Nancy: React to this quote by Richard Branson: “The most talented, thought-provoking, game-changing people are never normal.” Are you “normal”?

K.B. Hell no. I’m definitely not normal. That’s a nice quote in that it spins it so positively.

Maybe that was why I was so afraid of sharing my fiction for so long. I was afraid people would read it and think I was crazy or weird. Then I realized, I am a little crazy and fairly weird, and that’s okay. Who wants to be normal? I like weird people too. Interesting characters.

Nancy: I agree! Okay, finally: Tell us something we don’t know about you?

It’s strange, in America, I feel Danish. In Denmark, I feel American. My dad hails from Copenhagen. He didn’t teach me any Danish as a kid. Maybe he wanted me to be American. I rebelled and learned it in college. After I learned, I recorded my grandfather’s World War II memories on tape on long distance calls, but they are all in Danish. I’d like to do something with those stories, as well one of these days, but the prospect of translating all that Danish is intimidating. One day. Another item on the bucket list. Maybe it will be historical fiction or true vignettes about his experiences. I’m not sure.

Nancy: Thank you so much for chatting with me, K.B.! I’m counting the days until our Italian retreat! Until then, where can we find your books?

K.B. You can find my books at:

A Storm of Stories

Painting With Fire

K.B. Jensen is an award-winning author, fiction editor, and publishing consultant with My Word Publishing. Her first book, Painting With Fire, an artistic murder mystery, hit the bestseller list for crime novels on Amazon and has been downloaded more than 70,000 times. Her second book, A Storm of Stories, veers into more literary territory with themes of love, craziness and impossibility. K.B. grew up in Minneapolis and moved from Chicago to Littleton, CO., with her husband, daughter and rescued border collie/lab mix. In her spare time, she enjoys teaching downhill skiing, writing poetry and traveling the world. For more information, visit www.kbjensenauthor.com.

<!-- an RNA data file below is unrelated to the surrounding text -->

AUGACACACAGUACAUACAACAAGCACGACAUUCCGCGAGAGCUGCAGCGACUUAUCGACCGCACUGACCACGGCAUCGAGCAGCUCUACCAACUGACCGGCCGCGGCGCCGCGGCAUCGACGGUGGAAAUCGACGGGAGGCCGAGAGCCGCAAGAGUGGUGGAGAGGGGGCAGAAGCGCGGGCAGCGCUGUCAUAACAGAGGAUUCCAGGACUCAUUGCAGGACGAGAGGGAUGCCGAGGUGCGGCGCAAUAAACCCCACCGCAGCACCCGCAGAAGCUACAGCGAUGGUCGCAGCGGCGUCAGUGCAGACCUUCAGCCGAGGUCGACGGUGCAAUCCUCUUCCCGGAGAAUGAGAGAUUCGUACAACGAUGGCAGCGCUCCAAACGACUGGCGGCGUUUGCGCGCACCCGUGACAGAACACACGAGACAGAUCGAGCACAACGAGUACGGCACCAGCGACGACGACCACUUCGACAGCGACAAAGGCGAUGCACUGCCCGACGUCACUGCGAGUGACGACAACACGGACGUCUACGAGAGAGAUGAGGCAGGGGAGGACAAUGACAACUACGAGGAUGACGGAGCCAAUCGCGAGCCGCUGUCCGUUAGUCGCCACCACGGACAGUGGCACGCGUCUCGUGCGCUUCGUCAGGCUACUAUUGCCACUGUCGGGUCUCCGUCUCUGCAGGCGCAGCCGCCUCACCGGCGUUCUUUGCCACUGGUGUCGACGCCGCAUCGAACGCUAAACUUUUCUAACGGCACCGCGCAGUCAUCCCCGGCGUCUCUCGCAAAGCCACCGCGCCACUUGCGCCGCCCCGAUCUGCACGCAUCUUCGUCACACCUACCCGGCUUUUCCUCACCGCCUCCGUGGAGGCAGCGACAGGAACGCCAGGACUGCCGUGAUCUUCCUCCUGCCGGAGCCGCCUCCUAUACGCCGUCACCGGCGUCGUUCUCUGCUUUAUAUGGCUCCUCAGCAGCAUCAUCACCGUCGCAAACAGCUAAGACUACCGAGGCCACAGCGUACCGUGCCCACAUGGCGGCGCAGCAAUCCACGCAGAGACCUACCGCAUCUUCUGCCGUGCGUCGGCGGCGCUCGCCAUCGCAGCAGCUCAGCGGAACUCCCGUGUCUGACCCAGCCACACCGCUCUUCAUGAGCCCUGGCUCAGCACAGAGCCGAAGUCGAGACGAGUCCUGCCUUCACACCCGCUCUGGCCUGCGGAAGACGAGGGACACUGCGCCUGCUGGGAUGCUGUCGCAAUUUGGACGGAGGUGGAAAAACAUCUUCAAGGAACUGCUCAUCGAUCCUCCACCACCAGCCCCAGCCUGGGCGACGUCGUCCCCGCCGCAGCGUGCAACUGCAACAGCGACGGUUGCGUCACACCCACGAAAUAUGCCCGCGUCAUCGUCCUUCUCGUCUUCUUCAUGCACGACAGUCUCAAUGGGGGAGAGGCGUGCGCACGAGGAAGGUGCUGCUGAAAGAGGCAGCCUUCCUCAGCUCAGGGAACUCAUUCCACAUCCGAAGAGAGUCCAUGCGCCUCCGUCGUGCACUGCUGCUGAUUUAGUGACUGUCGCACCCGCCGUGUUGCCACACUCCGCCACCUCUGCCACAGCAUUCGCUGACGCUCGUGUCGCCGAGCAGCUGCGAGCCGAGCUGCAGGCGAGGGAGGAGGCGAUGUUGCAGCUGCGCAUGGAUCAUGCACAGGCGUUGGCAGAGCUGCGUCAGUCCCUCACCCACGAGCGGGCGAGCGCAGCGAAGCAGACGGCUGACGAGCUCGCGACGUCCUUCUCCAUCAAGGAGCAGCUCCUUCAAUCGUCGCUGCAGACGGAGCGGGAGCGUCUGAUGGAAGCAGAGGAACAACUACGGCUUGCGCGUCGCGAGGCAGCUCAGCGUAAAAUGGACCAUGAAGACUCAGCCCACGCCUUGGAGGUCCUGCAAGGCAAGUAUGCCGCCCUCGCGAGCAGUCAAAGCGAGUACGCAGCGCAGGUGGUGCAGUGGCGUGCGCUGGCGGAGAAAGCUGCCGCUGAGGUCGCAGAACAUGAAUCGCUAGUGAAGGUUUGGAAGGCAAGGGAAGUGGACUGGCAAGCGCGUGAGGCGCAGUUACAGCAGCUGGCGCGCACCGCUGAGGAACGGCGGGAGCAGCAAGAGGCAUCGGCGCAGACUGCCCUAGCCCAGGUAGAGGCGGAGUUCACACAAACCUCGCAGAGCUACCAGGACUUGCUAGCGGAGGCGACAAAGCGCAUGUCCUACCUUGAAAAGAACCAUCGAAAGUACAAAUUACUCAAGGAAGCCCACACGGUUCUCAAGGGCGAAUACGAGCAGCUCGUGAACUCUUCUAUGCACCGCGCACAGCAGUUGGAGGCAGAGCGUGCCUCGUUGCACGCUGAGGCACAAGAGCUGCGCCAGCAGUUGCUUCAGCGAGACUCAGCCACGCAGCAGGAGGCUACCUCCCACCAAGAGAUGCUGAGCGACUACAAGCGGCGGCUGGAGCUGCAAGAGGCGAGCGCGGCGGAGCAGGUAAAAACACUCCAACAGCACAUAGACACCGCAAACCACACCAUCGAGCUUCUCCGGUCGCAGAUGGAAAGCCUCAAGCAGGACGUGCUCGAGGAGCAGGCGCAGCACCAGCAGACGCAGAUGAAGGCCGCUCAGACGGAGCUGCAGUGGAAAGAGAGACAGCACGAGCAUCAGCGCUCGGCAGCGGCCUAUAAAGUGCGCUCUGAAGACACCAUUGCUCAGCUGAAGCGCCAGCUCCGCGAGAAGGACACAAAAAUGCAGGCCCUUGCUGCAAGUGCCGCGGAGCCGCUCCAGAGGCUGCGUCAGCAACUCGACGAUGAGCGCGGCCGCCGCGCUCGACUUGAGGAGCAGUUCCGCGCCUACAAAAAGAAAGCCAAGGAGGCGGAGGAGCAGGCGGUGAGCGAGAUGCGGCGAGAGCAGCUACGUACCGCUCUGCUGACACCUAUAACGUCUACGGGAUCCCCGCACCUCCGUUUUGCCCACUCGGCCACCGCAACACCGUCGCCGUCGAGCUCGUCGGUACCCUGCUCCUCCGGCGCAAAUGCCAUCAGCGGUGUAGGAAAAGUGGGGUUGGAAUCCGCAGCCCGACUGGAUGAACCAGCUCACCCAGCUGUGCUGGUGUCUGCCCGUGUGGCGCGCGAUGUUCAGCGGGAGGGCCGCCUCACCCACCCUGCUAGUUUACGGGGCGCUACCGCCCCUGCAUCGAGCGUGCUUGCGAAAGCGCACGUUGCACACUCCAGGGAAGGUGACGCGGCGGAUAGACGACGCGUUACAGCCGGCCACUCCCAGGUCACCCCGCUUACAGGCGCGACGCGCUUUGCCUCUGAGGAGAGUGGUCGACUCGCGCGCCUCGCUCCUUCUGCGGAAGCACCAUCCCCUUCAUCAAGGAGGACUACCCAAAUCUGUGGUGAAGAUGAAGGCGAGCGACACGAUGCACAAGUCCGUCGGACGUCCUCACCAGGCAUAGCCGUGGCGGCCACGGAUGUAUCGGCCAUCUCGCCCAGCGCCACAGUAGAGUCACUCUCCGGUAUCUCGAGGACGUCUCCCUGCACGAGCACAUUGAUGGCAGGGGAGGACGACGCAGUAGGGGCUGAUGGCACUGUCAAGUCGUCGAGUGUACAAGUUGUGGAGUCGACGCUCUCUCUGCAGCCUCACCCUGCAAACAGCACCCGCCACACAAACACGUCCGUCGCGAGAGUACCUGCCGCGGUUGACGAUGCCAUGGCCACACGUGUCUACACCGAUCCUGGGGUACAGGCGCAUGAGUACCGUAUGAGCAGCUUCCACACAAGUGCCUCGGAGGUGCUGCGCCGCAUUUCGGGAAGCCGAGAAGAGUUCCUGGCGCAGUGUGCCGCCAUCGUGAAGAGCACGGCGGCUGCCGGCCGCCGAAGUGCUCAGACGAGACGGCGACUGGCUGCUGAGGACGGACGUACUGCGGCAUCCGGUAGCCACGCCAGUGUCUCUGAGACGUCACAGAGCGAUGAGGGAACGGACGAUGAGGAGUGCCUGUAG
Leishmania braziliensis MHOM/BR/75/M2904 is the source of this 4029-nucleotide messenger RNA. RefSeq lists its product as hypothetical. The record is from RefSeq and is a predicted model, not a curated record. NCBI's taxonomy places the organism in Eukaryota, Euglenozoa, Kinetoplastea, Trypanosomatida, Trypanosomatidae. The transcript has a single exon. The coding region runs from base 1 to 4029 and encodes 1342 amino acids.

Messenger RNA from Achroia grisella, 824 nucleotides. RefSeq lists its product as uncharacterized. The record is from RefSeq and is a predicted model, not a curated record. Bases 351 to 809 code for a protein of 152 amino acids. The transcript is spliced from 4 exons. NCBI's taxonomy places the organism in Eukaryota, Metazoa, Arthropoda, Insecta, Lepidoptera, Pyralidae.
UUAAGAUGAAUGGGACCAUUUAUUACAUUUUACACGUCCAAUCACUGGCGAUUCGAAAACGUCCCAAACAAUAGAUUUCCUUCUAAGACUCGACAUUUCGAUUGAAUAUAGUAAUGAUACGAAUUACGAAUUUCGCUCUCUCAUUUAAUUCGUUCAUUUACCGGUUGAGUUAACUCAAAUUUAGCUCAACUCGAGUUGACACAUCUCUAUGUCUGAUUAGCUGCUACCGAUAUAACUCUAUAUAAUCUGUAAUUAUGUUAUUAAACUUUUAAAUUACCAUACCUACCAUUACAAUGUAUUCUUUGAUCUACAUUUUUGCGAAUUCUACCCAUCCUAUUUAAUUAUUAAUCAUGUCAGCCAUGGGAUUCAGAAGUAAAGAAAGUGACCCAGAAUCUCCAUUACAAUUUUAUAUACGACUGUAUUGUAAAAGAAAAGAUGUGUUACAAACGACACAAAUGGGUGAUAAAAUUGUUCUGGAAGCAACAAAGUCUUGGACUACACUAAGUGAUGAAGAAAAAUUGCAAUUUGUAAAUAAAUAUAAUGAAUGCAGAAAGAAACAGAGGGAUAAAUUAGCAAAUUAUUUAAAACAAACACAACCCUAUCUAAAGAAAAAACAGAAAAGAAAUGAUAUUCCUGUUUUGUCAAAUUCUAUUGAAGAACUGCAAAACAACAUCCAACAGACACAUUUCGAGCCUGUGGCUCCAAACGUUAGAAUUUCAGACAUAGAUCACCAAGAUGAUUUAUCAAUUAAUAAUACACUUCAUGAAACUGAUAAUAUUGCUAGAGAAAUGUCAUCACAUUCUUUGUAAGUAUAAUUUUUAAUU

P.S Our Springtime in Italy retreat is Sold Out, but we have room in our Flash Fiction Summer Camp (Colorado) and our just announced Writing Wild in Costa Rica 2020 retreats! Find out more:

Flash Fiction Summer Camp in Colorado: August 14-18, 2018

Writing Wild in Costa Rica 2020: March 21-27, 2020

 

Interviews, Uncategorized

Truth in Art: A Chat with Jeffrey Spahr-Summers

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Kathy Fish and I are thrilled that Jeffrey Spahr-Summers is going to be joining us in Colorado this August for our Flash Fiction Summer Camp in the Rockies! I chat with Jeffrey a bit about his process, his writing, and his advice for writers, and the meaning of “truth” in art.

Nancy Stohlman: The biggest challenge most writers have is finding the time to write. How do you “retreat” in your day-to-day life in order to honor your creativity?

Jeffrey Spahr-Summers: I’m an undisciplined writer. I do most of my writing in bits and pieces on the run. Poetry and flash fiction suit me in that respect. I find that I am more disciplined with photography.

NS: Tell us about your relationship to flash fiction?

JSS: I have written poetry for over 40 years. About four or five years ago I started writing short memoir stories, once there I turned to flash fiction. I am still experimenting and learning the craft.

NS: What piece of your own writing are you most proud of? Where could we read it (if it’s available)?